The first LOPEC web seminar took place on July 16, 2020. On the topic of Printed Electronics: With integrated sensors to a new way of 'Smart Living', experts presented new solutions and applications in a web seminar. In the following you will find a summary of the presentations.
Fitness trackers, smart pharmaceutical packaging, adhesive solar films or steplessly dimmable windows: These are just a few application examples for the LOPEC focus topic Smart Living. In his opening presentation to the web seminar, Wolfgang Mildner, General Chair of the LOPEC Conference Board, addressed this versatility:
Smart Living is a broad field in which printed electronics keep making our everyday life easier with various applications.
Robert Frueh (Brewer Science) spoke about the various possible applications of flexible hybrid electronics (FHE). In his presentation he introduced solutions that enable condition monitoring and the collection of real-time data in various areas.
These include the use of sensors to regulate temperature and humidity in warehouses as well as to monitor production processes and check the condition of equipment. FHE also support the monitoring of water quality, analyses of wastewater and measuring the iron content in water.
Frueh explains the wide range of solutions with a clear objective:
We focus on providing actionable data for monitoring critical infrastructure to improve the quality of life.
The requirements and challenges for health care are changing rapidly. This is particularly evident in the current Corona pandemic as well as with regard to already known developments such as urbanization and an ageing society. Tobias Meyer (IEE) introduced the smart foot sensors technology.
In addition to existing wearables such as fitness trackers, the smart shoe sensor now offers new possibilities in the healthcare sector through printed electronics, Tobias Meyer points out:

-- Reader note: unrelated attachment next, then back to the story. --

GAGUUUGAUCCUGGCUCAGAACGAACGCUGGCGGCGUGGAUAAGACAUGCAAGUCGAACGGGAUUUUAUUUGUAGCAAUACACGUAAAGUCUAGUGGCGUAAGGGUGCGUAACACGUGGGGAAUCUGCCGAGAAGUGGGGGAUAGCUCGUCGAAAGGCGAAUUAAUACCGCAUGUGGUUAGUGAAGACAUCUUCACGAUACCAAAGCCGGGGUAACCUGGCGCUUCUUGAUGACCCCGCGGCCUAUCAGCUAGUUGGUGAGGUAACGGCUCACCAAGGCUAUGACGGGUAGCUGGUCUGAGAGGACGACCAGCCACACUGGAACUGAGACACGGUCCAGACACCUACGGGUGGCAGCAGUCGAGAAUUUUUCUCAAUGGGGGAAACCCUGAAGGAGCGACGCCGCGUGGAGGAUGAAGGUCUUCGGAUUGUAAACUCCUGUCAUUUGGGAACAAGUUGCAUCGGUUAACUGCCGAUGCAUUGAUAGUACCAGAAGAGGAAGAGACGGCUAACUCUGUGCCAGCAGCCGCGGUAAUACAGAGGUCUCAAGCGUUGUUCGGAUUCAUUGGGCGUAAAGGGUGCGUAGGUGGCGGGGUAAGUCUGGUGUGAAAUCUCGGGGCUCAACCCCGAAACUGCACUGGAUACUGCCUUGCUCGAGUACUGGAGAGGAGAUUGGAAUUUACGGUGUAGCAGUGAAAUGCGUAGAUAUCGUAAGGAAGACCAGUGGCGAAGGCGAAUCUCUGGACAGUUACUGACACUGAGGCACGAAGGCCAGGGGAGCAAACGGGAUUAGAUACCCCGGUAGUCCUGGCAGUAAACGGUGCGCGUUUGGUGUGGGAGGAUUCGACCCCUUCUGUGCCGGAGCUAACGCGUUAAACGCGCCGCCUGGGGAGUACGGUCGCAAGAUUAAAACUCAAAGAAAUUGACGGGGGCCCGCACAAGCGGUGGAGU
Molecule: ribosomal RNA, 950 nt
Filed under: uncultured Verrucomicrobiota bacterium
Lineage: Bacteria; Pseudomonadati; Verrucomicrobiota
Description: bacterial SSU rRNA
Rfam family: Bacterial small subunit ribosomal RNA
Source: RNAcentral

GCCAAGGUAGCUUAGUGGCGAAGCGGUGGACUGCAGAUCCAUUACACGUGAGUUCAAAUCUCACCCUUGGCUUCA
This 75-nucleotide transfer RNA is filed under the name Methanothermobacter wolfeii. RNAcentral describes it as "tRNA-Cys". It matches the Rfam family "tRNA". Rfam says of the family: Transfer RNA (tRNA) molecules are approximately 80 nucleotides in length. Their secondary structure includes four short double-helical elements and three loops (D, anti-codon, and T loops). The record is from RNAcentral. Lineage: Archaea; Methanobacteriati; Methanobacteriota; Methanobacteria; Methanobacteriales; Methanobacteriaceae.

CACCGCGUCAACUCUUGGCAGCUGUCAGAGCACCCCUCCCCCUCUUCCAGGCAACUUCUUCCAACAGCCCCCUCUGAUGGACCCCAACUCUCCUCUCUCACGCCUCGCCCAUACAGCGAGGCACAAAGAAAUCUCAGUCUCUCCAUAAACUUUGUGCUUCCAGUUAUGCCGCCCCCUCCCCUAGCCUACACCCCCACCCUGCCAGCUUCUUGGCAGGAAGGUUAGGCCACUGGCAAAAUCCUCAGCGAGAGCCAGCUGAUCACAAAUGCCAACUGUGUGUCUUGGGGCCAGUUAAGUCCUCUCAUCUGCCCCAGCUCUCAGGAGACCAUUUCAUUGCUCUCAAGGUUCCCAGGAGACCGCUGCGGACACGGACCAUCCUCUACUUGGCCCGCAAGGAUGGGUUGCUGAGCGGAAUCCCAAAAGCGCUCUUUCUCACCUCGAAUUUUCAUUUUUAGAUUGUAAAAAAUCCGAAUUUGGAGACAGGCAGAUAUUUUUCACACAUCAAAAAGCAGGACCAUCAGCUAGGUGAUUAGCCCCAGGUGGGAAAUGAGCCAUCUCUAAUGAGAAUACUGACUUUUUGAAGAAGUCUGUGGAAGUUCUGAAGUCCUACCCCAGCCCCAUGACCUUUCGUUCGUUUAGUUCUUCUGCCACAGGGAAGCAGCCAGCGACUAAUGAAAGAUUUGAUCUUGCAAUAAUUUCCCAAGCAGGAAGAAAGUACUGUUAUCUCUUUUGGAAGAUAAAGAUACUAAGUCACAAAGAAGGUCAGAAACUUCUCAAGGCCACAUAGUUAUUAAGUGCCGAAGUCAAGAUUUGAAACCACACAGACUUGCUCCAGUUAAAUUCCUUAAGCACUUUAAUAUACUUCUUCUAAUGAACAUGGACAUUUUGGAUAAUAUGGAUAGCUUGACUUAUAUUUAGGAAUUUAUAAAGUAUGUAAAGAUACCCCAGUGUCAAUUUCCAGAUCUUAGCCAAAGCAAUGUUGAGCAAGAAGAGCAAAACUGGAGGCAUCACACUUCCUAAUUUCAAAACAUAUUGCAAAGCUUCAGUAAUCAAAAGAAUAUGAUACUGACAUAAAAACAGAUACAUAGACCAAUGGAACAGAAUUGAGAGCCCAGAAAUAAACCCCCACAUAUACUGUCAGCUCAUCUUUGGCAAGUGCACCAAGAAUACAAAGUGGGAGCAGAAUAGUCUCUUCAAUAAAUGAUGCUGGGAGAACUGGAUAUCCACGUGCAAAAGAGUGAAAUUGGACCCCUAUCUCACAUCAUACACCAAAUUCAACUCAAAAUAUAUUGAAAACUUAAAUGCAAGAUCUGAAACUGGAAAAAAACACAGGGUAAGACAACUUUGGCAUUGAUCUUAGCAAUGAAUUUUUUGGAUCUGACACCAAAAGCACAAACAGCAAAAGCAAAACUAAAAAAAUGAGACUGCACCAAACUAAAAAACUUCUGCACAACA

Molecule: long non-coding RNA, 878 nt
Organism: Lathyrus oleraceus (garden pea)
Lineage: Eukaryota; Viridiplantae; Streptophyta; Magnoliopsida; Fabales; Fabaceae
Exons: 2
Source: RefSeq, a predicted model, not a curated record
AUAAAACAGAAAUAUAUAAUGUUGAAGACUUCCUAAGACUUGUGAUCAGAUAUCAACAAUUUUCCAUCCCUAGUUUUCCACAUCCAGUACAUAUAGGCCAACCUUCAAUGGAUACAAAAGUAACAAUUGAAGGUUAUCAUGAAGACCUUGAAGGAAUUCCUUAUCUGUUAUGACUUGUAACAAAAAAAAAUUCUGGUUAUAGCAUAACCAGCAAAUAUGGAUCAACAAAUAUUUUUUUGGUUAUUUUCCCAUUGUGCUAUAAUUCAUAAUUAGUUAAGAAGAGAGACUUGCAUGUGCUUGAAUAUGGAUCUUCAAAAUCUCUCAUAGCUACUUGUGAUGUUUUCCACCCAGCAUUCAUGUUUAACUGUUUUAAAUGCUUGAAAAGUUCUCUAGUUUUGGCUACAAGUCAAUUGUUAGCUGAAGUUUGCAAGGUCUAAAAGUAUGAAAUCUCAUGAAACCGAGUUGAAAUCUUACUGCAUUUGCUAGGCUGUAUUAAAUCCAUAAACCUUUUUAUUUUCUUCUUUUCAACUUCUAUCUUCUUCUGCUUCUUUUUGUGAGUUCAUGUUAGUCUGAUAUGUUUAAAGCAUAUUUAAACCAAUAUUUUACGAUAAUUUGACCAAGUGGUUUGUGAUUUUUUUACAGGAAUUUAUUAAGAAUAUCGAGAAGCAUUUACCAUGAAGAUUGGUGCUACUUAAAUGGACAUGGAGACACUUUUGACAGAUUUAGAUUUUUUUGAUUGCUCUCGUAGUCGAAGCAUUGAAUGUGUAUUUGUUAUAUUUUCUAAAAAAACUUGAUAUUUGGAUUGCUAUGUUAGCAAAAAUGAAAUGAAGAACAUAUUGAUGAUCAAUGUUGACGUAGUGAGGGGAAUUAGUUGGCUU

We use sensors in the shoe to monitor, analyze and diagnose health conditions and progressing diseases.
The field of application comprises different approaches: In the neurological field, the application serves to control movement disorders and to support nerve and muscle stimulation. In addition, they also support posture correction in rehabilitation and even help to detect incipient infections.
One of the biggest challenges of the Corona pandemic is probably keeping the prescribed minimum distance in public. Alexey Sizov (Innovation Lab) presented printed sensors in floor mats as a support for social distancing in public spaces.
While the so far often used video surveillance is not without controversy in terms of both measurement accuracy and data protection, printed sensors integrated in carpets and mats have a number of advantages: In addition to the protection of data privacy, the sensor is activated when the surface is walked on, which results in a higher measuring accuracy. Thereby, data is transmitted in real time and can provide precise information on the number of people in shops or public buildings. And not only that: As Alexey Sizov confirms, the first sensors are already in use:
We are currently testing the procedure in a supermarket in Heidelberg. There we use a smart mat at the cash desk. It indicates to customers at the check-out whether they are keeping enough distance from each other.
Further web seminars from the LOPEC Talk series: